In their research on Internet sales, Shapiro and Wyman [1981] conclude that risk perception by the consumer increases or decreases according to the effort required to make the purchase decision. George [1987] indicates a positive relationship between the propensity to buy through telechannels and familiarity with product brands, as well as an opposite relationship with product complexity and the requirement of the consumer to physically examine or check the product before making the purchase decision.

The potential market of online selling is characterized by the desire and capacity to pay for the convenience, as well as the low resistance to change. Though online selling concerns a specific group of consumers (with a higher than average income, low resistance to innovation, telematic systems users, and the like), the possibilities for expansion of this market are significant.

Commercial Development of the World Wide Web: The Spanish Case

The Web is still in the early stages of development as a commercial environment for Spanish companies, considering that most users perceive a high, potential risk associated with commercial transactions over the Internet. [5] Spanish users show a similar profile as other first-time Internet users: young and mainly male, with a high income and university education--quite dissimilar to the average Spanish profile (see Table 3).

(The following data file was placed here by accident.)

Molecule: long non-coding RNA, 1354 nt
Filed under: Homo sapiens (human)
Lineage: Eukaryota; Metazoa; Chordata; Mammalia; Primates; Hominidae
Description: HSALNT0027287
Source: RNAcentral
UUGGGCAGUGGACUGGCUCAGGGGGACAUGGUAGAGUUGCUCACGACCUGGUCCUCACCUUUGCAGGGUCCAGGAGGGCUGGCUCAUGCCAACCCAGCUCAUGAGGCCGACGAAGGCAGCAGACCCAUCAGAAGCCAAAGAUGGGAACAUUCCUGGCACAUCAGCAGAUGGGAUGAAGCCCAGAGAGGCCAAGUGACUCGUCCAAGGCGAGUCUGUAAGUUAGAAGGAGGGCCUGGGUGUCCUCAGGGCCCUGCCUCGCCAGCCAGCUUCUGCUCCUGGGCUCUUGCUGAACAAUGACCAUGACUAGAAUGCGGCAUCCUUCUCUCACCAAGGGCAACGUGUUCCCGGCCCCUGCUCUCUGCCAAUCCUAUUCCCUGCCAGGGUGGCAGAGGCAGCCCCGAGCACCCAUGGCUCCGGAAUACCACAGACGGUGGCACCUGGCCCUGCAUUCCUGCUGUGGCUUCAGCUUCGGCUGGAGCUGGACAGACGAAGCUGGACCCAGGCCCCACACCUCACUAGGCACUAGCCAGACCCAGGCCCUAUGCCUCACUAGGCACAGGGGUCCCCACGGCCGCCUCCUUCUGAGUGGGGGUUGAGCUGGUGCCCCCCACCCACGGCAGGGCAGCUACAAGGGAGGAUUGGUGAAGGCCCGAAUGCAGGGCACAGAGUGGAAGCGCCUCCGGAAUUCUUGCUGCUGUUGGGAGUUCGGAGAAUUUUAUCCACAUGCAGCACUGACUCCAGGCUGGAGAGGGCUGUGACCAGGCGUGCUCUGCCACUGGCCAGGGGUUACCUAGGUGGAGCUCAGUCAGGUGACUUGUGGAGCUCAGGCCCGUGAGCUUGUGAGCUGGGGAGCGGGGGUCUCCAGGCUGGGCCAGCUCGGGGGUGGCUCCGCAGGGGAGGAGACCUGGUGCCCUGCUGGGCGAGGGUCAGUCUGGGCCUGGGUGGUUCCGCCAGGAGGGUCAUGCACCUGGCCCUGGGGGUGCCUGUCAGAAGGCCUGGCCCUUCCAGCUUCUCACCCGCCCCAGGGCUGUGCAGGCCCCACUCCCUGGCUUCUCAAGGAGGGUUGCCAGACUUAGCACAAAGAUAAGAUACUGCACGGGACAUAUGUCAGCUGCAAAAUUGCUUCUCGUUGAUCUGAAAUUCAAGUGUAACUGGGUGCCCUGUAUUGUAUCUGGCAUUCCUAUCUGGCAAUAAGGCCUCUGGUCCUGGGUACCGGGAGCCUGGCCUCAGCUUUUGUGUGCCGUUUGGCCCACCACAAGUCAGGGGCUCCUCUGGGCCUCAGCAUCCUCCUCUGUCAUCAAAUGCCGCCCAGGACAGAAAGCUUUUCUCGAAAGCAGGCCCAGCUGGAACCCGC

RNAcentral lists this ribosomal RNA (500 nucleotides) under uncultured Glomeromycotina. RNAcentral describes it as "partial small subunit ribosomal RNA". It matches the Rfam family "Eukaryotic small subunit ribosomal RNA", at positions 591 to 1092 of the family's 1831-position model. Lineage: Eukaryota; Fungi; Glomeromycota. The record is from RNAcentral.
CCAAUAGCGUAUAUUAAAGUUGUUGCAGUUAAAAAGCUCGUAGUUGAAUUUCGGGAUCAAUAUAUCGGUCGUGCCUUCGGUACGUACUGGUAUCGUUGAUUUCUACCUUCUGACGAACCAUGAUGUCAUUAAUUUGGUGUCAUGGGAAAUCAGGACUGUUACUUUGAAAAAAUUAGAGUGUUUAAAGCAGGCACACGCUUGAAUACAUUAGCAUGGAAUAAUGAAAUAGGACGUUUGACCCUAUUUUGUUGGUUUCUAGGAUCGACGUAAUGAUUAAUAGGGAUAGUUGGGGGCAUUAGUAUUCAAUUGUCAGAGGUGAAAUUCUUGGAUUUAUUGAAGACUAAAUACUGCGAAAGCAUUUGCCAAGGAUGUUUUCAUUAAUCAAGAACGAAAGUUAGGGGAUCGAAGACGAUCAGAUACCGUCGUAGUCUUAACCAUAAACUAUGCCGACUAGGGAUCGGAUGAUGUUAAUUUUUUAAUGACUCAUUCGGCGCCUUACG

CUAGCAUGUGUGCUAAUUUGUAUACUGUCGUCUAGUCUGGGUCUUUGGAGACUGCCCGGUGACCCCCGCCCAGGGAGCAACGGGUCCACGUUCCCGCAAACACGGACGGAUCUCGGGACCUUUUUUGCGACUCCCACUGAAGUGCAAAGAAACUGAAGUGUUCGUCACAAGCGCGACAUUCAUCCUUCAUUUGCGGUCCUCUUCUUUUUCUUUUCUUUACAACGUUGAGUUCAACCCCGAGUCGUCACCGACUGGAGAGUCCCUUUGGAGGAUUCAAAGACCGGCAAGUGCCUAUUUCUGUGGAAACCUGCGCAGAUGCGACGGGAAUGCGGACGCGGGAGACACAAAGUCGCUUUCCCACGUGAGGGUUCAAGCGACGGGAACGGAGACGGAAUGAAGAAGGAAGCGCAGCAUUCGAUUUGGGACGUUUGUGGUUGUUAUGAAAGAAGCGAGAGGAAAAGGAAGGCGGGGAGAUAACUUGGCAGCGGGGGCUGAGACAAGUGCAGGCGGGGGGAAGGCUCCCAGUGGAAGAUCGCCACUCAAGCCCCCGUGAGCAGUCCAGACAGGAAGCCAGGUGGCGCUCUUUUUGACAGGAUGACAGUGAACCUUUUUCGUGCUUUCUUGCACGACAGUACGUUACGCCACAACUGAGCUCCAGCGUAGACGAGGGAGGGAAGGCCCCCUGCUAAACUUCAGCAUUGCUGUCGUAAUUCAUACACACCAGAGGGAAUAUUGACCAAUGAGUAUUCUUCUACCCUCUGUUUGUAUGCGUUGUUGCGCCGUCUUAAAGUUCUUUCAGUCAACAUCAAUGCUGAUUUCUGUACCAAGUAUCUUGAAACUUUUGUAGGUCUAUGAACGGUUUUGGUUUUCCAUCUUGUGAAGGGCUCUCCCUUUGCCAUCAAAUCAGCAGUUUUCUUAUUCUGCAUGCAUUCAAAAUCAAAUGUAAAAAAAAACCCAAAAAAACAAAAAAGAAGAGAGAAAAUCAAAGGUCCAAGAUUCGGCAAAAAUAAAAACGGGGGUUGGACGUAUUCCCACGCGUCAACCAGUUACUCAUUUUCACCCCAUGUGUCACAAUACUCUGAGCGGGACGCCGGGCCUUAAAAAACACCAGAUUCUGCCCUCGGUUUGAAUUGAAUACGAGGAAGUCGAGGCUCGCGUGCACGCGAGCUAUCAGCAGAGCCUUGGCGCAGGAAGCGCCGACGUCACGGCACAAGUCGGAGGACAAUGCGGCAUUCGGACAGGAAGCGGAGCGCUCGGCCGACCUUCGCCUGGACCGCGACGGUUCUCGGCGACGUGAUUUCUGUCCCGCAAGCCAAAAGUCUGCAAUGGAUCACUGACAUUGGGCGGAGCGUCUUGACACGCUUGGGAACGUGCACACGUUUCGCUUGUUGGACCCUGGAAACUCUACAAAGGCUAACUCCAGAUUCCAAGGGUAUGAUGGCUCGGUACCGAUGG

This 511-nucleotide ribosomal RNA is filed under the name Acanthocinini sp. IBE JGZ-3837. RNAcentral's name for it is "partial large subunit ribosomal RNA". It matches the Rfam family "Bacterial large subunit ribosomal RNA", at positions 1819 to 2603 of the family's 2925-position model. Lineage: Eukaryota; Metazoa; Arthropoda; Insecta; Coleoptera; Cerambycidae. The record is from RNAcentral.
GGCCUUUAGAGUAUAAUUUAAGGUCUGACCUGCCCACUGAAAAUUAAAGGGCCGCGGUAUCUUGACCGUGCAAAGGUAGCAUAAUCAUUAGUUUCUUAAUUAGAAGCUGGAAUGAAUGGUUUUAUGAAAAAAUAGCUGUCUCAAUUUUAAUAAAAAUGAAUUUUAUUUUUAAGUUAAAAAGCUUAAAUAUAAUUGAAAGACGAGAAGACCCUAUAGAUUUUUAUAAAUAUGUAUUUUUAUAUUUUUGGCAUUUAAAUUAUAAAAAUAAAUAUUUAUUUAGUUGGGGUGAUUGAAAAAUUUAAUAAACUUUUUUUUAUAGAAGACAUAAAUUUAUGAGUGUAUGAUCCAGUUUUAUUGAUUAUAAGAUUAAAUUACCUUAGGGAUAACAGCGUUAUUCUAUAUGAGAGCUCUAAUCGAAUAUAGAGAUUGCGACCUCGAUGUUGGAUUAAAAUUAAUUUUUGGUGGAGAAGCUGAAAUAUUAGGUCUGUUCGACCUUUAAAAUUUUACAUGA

However, research by GVU [1997, 1998] suggests that as the Internet is being adopted by more people, profiles and habits are increasingly less standardized. The authors suggest that it will still be quite some time before Spanish Internet users become a sufficiently attractive commercial segment for most companies.

Though the Internet is considered an alternative or complementary channel and an adequate platform for communication with consumers, [6] few Spanish companies are incorporating and integrating the Internet into their marketing strategies. In general, Web sites demonstrate little understanding of true commercial Internet potential.

The offer of food and beverage products via the Internet in Spain may be represented by two basic distribution systems:

1) Accumulated distribution: This is used by retailers such as El Corte Ingles and Alcampo, [7] who use their own system to distribute products sold through their Internet sites. In this way, they improve and extend their service and, consequently, their market.